Abstract: The neighbourhood of Regent Park, located in the east end of downtown Toronto, Ontario, is the oldest and largest public housing development in Canada. In 2002, under its new management by the Toronto Community Housing Corporation, the development was announced to undergo a total redevelopment to be completed over 12 years. The revitalization of Regent Park has involved, among other things, an extensive and uniquely designed community consultation process, as well as a redesign for its green space. The community consultation process is examined through a case study method, wherein the use of archival documents, interviews with community staff, and focus groups with residents of the neighbourhood form the data. The revitalization is analyzed according to its context within ecological levels, and situated within the framework of environmental justice.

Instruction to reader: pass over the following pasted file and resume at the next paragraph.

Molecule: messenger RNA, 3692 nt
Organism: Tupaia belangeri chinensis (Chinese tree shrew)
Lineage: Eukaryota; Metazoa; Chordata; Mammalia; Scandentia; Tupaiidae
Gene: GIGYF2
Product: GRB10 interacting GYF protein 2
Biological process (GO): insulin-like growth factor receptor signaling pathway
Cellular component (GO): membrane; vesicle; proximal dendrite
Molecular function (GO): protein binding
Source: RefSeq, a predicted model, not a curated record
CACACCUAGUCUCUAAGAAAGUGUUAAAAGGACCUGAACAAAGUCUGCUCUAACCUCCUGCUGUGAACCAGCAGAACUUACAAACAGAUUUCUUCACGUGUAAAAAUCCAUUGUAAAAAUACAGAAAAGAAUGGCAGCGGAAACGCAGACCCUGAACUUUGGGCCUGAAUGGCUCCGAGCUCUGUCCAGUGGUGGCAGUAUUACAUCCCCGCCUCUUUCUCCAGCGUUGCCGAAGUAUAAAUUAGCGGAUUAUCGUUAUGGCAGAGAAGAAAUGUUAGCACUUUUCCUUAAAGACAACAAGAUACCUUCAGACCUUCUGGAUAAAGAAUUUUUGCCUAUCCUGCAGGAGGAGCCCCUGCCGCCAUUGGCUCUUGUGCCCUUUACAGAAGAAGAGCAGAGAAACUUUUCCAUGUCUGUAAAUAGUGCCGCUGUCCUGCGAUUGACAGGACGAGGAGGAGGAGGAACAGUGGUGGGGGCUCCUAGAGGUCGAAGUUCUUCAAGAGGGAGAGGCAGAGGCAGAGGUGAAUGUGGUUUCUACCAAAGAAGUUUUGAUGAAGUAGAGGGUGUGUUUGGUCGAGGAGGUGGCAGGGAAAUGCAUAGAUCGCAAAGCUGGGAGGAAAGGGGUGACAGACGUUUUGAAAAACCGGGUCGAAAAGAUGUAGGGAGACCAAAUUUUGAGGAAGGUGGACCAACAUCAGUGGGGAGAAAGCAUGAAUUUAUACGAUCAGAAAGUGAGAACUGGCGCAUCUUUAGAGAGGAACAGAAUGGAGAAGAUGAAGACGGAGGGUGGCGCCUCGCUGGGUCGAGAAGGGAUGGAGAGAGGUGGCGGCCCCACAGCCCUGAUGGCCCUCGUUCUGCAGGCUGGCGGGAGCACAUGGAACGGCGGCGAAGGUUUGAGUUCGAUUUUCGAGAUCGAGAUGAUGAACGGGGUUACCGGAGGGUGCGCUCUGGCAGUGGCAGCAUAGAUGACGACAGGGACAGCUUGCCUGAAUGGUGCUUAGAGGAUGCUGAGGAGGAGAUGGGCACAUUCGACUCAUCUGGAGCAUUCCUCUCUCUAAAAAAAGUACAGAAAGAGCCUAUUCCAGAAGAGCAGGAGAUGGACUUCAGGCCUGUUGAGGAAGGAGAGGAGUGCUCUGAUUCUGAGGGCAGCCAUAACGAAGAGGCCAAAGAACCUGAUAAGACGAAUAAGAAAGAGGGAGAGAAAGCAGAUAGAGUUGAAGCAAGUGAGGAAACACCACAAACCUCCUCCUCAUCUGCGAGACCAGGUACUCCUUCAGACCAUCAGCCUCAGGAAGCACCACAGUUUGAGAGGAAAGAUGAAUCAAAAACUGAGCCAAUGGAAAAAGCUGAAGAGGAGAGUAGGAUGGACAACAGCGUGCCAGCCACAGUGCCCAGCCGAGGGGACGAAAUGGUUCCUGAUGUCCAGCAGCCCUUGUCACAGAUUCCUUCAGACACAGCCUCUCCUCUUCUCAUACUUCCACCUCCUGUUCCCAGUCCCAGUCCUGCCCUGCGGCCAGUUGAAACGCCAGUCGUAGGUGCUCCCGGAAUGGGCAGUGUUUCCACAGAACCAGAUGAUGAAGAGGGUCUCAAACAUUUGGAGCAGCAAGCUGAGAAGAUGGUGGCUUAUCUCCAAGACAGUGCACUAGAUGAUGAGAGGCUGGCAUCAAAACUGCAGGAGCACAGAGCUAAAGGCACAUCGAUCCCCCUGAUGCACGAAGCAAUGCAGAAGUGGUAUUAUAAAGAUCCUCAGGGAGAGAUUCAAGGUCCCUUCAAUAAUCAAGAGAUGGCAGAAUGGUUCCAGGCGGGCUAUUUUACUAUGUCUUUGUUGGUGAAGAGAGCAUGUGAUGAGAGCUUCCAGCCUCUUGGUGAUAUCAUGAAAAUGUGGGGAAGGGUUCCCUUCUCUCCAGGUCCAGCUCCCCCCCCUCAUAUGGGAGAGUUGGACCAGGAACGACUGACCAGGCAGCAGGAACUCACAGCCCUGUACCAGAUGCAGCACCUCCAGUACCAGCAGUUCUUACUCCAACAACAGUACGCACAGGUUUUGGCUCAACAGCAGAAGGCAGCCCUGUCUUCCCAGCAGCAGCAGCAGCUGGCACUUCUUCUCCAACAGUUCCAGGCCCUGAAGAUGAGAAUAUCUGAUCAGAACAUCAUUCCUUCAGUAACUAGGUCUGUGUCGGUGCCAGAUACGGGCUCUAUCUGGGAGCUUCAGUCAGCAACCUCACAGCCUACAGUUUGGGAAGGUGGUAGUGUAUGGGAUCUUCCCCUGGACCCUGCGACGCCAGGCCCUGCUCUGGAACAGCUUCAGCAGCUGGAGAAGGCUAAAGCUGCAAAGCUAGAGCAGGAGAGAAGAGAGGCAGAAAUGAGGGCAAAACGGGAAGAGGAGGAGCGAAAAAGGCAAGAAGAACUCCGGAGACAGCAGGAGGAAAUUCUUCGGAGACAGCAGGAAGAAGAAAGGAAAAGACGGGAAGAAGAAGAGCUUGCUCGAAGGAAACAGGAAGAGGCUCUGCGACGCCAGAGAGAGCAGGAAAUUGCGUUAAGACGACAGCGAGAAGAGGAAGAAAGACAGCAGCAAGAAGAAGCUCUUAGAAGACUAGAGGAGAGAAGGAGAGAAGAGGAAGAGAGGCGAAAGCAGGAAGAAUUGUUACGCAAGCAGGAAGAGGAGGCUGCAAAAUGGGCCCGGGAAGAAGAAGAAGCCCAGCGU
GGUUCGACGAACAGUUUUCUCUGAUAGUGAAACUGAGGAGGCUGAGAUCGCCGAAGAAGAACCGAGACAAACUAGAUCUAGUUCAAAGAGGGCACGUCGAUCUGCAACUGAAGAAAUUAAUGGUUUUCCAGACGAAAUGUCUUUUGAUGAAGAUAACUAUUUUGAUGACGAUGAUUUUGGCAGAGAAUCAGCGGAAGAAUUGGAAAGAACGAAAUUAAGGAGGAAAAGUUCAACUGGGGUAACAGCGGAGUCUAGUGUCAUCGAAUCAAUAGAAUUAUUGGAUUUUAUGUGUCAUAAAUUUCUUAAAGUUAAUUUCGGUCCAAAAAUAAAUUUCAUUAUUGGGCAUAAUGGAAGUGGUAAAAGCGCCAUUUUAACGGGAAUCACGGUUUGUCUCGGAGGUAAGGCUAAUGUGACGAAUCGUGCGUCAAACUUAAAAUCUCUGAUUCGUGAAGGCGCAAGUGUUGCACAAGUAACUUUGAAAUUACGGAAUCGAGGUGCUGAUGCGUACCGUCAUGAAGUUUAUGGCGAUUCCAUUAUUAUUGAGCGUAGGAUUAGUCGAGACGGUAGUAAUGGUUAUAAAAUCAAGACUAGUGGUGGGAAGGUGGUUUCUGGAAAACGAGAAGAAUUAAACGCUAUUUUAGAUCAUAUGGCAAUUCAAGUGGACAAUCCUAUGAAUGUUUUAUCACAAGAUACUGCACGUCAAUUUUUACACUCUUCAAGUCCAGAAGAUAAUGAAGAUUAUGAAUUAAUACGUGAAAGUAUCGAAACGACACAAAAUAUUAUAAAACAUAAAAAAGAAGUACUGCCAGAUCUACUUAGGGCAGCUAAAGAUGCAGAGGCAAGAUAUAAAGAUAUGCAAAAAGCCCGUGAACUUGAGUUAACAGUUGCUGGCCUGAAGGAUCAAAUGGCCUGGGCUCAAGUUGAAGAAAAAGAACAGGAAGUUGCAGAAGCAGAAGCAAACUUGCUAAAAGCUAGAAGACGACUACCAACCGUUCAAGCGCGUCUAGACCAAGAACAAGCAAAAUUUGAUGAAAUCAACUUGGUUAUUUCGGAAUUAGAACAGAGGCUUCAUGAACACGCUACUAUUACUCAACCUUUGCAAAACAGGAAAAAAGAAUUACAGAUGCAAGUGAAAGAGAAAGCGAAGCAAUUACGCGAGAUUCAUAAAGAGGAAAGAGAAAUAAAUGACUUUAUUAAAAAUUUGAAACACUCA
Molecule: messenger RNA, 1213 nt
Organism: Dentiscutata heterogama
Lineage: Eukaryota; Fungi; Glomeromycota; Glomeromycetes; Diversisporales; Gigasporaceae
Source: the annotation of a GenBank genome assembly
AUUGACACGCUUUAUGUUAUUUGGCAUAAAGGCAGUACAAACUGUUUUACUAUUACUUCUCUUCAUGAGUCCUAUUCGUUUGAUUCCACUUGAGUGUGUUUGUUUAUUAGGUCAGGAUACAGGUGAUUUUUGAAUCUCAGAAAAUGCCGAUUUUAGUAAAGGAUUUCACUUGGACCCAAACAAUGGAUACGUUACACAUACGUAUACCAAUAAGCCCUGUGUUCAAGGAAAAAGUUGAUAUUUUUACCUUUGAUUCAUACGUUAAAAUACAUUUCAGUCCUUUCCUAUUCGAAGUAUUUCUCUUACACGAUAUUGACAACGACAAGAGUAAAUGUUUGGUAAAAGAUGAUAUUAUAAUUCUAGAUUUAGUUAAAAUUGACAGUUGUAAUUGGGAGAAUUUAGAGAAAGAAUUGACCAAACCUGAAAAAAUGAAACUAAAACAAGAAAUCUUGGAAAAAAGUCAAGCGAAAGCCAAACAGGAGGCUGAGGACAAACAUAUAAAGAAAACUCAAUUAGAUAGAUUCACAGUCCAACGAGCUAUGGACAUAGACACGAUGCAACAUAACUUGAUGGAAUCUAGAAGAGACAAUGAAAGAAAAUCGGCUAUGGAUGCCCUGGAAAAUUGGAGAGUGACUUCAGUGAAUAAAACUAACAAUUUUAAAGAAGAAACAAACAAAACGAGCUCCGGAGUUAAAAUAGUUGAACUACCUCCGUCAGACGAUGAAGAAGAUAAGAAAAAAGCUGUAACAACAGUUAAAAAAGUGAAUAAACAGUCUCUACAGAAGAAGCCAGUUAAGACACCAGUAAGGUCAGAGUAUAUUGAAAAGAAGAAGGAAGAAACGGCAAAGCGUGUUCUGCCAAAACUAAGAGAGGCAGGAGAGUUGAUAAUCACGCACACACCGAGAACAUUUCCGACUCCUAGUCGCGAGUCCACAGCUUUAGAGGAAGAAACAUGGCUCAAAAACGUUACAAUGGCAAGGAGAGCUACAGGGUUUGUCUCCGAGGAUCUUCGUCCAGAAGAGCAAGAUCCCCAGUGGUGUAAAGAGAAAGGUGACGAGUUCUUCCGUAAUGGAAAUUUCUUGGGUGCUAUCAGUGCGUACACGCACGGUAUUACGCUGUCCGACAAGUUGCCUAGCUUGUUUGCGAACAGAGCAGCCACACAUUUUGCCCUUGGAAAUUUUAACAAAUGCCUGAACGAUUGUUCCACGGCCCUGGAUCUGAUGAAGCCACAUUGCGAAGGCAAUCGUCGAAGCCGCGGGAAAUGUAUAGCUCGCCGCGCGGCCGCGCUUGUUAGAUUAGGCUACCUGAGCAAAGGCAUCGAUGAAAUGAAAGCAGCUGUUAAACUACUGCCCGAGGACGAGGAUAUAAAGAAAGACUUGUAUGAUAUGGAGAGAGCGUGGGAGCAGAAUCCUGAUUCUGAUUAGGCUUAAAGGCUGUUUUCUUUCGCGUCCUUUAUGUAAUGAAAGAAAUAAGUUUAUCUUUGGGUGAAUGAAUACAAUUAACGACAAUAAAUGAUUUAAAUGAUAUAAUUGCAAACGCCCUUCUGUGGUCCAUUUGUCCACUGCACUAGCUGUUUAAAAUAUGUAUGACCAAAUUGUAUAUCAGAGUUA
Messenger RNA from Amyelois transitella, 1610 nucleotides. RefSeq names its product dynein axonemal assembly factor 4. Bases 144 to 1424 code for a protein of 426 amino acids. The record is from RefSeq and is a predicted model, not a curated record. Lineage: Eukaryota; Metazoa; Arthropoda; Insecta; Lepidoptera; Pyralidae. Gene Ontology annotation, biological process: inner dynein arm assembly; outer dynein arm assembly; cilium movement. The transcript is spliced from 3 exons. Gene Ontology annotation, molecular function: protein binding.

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2006 to 2010

Community

Housing & Gentrification 

Social Mixing & Redevelopment 

Greaves, A. (2011). Urban Regeneration in Toronto: Rebuilding the Social in Regent Park (Master’s Thesis, Queen’s University, Kingston, Canada). Retrieved from https://qspace.library.queensu.ca/bitstream/handle/1974/6864/Greaves_Astrid_E_201109_MA.pdf;jsessionid=3E9829B22823104FF824683E663F0EC5?sequence=1